Writing Daily

I cannot stress enough the importance of writing daily.  Whether it is done in a journal, sketchbook, or on the computer – an artist needs to write daily.  If you have ever had the experience of a profound insight while talking something out to yourself or to another person, then you know what I mean.  (This happens to me a lot in the car for some reason.)  Writing allows for an open stream of consciousness that leads to new ideas.  Sometimes it is really hard and I have to force myself.  I will begin by writing the most mundane things – what I am doing at that moment, what I dreamt about the night before, or what my plans for the day are.  Ideally this will lead to me writing about more complex issues regarding my life and art.  My life and art  are related and interwoven, so it is impossible to write about one without writing about the other.  Regardless, this active attention forces me to discover things about myself and my work.  It forces me to sit back and analyze my habits.  Writing leads to clarity and ultimately better art.  If necessary I often prompt myself with questions such as, “why am I painting this?” or “why did I use those colors?” or why is the painting this size?”.  These questions allow me to look more analytically at what I am doing and why.   This is helpful both before picking up the brush and also after putting it down.  Writing, done consistantly, will open creative doors you wouldn’t even know existed.  It all seems obvious enough but today I was looking back over some of my old journals and sketcbooks and I was reminded of this value.  I wanted to take the opportunity to share.  Happy writng!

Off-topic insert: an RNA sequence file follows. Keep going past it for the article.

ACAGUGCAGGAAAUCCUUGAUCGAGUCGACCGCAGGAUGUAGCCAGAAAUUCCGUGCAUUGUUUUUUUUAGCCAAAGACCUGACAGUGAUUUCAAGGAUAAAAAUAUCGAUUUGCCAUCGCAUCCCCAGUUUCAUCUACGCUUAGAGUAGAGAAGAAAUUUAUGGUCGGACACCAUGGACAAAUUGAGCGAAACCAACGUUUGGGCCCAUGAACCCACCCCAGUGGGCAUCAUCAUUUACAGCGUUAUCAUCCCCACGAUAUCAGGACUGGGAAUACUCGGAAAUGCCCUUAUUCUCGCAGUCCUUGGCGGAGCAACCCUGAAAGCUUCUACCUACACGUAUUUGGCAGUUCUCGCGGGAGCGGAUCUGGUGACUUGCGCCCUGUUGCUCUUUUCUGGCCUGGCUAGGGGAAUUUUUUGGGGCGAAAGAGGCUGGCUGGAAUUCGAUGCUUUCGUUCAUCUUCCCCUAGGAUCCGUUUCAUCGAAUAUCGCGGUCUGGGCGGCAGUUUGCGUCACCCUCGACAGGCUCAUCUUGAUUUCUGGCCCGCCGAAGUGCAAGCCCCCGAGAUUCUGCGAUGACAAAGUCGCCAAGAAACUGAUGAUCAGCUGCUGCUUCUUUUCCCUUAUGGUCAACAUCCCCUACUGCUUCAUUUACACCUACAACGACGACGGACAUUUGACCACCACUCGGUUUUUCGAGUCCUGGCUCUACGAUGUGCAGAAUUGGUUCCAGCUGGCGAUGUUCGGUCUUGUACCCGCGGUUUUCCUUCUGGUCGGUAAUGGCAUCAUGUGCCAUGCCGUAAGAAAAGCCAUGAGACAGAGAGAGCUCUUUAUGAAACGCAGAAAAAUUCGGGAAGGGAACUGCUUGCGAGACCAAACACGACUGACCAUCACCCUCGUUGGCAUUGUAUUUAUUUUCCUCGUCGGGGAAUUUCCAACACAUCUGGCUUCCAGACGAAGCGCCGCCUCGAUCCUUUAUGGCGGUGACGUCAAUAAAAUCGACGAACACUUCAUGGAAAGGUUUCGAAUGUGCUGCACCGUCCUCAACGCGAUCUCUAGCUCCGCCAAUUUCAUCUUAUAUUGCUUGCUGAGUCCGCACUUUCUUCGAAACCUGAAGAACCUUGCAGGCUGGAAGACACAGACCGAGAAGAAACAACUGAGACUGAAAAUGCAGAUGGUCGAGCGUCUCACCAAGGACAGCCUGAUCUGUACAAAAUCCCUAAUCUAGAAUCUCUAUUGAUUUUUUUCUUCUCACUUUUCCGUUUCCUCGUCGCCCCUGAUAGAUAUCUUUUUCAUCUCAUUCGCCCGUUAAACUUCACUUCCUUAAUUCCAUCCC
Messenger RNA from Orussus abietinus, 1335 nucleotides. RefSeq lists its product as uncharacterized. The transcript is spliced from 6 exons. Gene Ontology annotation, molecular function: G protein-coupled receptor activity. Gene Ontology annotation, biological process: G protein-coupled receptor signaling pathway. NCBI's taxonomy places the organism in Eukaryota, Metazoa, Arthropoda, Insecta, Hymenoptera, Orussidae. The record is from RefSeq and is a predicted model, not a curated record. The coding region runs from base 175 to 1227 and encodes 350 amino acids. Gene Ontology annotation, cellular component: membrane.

This is an excerpt from the notes I am keeping for the Color Project (working title).  I am trying to understand the colors I see through multiple mediums.  Painting is important, but describing the colors through writing helps me understand the perception on a different level.

“The air is invigorating. Energy from the day’s storms is charging everything around me. I walk quickly, as the sun is minutes from setting and I want to catch all the drama.  The colors are absolutely vibrant throughout the park. I take lots of pictures- everything I see amazes me.  Sharp bands of early evening light dance off of the tree trunks like fire. The greens of the trees are made razor sharp by the lingering moisture in the air.   A gentle purple has settled over everything and is complimented by a flickering yellow sunset.”